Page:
Garth Brooks presented the late Charley Pride's son Dion with an RIAA Lifetime Achievement Award on Monday (Oct. 25) for his father's cumulative album sales and his incalculable contributions to country music and pop culture.
The presentation took place at the National Museum of African American Music in downtown Nashville. Per a press release, RIAA Chairman & CEO Mitch Glazier and COO Michele Ballantyne brought two plaques: one for the Pride family and the other for the museum's collection.
Brooks gladly accepted the opportunity to celebrate someone who over the years went from being a voice on the radio to a peer and friend.
"He made the effort to make sure that I knew I was accepted in his world, in the icon world," Brooks told Wide Open Country. "That's crazy because most of the time what I do is I scratch and claw to try and be accepted in the icon world, and here's the icon from the other side going, 'Hey, you're welcome here. Just be yourself.'"
Brooks and Pride's friendship strengthened over time, in part because the Country Music Hall of Fame always seated them together, for whatever reason, at induction ceremonies. Pride's kindness in this setting eased the mind of Brooks, who felt out of place among country music royalty.
"I'm not sure Garth Brooks believes he belongs in that room, but because of guys like Charley Pride, I can walk in that room," he added.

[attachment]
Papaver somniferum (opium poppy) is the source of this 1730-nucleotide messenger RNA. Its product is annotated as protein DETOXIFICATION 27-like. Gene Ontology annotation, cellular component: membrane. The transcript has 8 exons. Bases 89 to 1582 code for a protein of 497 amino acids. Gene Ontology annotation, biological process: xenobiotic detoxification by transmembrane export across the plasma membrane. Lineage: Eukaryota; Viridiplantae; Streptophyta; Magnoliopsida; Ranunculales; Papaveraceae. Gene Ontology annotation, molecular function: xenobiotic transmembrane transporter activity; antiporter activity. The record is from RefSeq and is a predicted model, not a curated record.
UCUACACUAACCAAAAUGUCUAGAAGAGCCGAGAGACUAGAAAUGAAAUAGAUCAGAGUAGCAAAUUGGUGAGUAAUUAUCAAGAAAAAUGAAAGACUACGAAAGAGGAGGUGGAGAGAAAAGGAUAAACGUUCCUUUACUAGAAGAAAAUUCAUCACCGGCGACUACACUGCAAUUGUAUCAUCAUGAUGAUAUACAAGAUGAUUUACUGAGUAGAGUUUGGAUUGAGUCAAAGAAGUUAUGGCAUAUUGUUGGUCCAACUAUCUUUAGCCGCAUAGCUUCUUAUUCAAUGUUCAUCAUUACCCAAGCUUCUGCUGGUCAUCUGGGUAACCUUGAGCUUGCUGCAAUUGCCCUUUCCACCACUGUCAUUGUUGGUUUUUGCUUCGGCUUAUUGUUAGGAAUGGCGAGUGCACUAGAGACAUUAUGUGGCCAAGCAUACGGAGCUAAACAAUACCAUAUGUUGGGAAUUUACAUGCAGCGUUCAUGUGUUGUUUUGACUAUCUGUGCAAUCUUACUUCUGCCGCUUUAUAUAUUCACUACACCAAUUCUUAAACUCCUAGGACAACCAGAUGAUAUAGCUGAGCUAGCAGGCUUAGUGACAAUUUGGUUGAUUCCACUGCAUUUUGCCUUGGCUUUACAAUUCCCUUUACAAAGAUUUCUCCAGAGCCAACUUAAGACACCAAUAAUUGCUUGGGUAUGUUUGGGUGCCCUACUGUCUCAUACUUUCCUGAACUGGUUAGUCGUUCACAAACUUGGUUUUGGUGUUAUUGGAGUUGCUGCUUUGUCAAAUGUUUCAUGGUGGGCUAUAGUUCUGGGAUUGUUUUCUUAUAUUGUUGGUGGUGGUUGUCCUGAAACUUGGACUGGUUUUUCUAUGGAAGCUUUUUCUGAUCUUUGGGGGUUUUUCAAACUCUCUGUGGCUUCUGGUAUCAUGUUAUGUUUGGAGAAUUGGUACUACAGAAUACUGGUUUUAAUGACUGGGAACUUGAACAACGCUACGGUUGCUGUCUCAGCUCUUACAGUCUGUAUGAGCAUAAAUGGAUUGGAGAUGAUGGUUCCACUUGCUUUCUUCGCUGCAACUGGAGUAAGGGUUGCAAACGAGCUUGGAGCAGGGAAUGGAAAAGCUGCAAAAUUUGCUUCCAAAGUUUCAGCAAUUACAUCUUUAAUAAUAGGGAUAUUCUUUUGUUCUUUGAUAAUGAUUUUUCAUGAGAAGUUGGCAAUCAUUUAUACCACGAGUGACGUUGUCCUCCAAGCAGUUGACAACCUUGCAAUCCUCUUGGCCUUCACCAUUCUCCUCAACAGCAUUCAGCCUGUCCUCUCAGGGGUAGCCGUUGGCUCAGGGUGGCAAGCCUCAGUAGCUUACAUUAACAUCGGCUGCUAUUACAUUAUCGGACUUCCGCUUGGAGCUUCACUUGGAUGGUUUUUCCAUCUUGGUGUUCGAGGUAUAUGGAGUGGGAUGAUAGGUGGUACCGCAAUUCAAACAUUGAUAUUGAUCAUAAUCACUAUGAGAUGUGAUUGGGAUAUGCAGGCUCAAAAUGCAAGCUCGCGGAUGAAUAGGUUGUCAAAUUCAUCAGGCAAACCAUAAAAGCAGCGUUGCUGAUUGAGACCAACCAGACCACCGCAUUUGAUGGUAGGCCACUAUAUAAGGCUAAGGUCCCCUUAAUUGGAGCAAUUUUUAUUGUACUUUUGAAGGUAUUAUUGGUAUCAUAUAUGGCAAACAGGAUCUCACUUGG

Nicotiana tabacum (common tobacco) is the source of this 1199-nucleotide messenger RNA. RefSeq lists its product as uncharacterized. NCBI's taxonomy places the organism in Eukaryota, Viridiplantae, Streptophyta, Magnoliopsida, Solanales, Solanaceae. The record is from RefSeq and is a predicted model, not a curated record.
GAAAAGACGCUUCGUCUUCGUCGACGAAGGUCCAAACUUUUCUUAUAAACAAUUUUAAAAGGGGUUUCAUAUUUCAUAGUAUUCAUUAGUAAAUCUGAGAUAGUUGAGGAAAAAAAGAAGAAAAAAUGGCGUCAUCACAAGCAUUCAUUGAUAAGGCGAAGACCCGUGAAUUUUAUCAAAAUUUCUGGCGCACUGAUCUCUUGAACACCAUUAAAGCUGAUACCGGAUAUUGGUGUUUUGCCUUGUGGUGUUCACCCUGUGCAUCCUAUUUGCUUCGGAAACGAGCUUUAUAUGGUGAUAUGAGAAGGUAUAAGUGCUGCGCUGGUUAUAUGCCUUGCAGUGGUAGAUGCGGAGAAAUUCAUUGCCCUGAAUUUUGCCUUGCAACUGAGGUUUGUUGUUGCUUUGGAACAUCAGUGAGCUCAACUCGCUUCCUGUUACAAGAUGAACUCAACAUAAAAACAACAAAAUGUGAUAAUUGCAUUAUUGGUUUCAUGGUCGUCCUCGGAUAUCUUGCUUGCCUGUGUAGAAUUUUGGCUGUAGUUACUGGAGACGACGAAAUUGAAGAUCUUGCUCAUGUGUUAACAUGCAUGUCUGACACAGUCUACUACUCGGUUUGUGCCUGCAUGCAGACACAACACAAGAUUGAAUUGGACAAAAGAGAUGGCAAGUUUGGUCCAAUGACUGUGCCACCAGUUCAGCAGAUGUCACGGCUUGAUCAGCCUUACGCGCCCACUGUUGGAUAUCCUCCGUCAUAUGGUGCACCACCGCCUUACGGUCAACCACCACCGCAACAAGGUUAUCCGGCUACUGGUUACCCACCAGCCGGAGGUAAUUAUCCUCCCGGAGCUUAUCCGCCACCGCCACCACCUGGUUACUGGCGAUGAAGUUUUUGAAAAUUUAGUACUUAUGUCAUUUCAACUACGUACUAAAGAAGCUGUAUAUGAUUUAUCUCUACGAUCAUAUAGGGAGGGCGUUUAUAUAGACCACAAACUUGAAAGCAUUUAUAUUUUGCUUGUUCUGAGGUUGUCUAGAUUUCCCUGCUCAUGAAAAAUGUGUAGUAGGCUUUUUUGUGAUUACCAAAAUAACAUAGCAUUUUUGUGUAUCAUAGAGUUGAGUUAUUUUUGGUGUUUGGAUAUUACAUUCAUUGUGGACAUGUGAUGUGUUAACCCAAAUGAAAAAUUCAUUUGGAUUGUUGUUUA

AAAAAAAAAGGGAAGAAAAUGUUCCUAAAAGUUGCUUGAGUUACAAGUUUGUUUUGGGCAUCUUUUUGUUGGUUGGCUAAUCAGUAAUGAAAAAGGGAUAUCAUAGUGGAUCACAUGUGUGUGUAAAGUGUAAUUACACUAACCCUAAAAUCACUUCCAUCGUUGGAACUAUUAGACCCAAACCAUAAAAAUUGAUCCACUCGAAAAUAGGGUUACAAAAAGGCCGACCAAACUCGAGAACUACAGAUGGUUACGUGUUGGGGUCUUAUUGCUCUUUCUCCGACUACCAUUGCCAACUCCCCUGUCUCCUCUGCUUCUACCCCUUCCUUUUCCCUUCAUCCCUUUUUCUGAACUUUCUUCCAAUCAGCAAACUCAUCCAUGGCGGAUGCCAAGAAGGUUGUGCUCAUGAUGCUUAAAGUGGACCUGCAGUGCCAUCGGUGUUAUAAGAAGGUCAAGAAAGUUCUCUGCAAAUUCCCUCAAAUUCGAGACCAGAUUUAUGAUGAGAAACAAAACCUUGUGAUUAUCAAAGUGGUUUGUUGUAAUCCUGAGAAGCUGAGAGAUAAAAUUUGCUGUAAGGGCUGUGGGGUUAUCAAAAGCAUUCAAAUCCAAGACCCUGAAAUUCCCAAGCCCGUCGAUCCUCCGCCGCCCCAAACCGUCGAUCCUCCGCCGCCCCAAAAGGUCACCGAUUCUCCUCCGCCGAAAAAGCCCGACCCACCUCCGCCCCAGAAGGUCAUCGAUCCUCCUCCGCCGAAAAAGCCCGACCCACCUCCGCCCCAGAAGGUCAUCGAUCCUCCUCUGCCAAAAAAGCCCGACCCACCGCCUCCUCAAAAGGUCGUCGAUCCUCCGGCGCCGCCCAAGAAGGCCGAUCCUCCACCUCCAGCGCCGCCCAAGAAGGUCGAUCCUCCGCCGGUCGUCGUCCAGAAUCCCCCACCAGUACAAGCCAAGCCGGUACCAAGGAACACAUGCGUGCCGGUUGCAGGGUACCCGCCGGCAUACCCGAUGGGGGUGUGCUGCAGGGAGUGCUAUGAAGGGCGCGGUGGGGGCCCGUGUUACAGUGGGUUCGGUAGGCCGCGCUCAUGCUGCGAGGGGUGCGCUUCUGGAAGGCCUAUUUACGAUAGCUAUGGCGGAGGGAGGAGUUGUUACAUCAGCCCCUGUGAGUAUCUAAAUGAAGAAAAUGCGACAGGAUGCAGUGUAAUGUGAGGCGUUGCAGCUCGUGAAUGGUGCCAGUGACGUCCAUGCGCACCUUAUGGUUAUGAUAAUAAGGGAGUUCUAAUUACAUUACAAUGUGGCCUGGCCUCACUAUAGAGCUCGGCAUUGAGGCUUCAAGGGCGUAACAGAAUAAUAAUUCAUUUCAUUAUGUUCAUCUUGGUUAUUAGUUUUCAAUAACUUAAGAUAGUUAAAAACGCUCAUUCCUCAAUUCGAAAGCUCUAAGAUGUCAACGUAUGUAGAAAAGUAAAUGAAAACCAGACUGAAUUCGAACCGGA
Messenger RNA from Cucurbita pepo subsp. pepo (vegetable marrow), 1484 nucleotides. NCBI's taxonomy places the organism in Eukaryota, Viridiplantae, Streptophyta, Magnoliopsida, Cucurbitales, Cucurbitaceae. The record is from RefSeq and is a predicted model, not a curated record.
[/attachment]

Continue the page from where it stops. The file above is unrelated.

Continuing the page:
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More than country music strengthened the bond between Brooks and Pride. Both were baseball players and diehard sports fans, with Brooks overperforming during spring training stints for the San Diego Padres, New York Mets and Kansas City Royals and Pride's journey including runs as a pitcher in the Negro Leagues and as a part-owner of the Texas Rangers.
"We played the Rangers when I was with the Padres, and so we met out on the mound that morning," Brooks said. "He was already dressed and everything. I was just crawling out of bed. He was already dressed, waiting. We sat out and talked on that mound forever. It was great. The rest of the young guys were all getting stretched out or whatever, and I got to sit out on the mound with Charley Pride... It was great."
Brooks, a former student-athlete at Oklahoma State University, found it easy over the years to connect with the Sooners and Longhorns he's met in country music circles through some good-natured smack talk.
"What I love too is when you run into somebody that's a fan of a team you're not," Brooks added. "It's great because your common bond came before you knew you had two different teams, so you get to talk about the rivalry in a good way, which is what it should be. Sports for me is just what kind of brings us together. That's what music should be, too."
A Q&A between Brooks and songwriter, author and Vanderbilt University professor Alice Randall preceded the award presentation. Randall and Matraca Berg co-wrote "XXXs and OOOs (An American Girl)," a No. 1 hit in 1994 for Brooks' future wife, Trisha Yearwood.
Brooks and Pride's lone duet, "Where the Cross Don't Burn," can be heard on Brooks' Nov. 2020 album Fun. It arrived just weeks before Pride's Dec. 12, 2020 passing.
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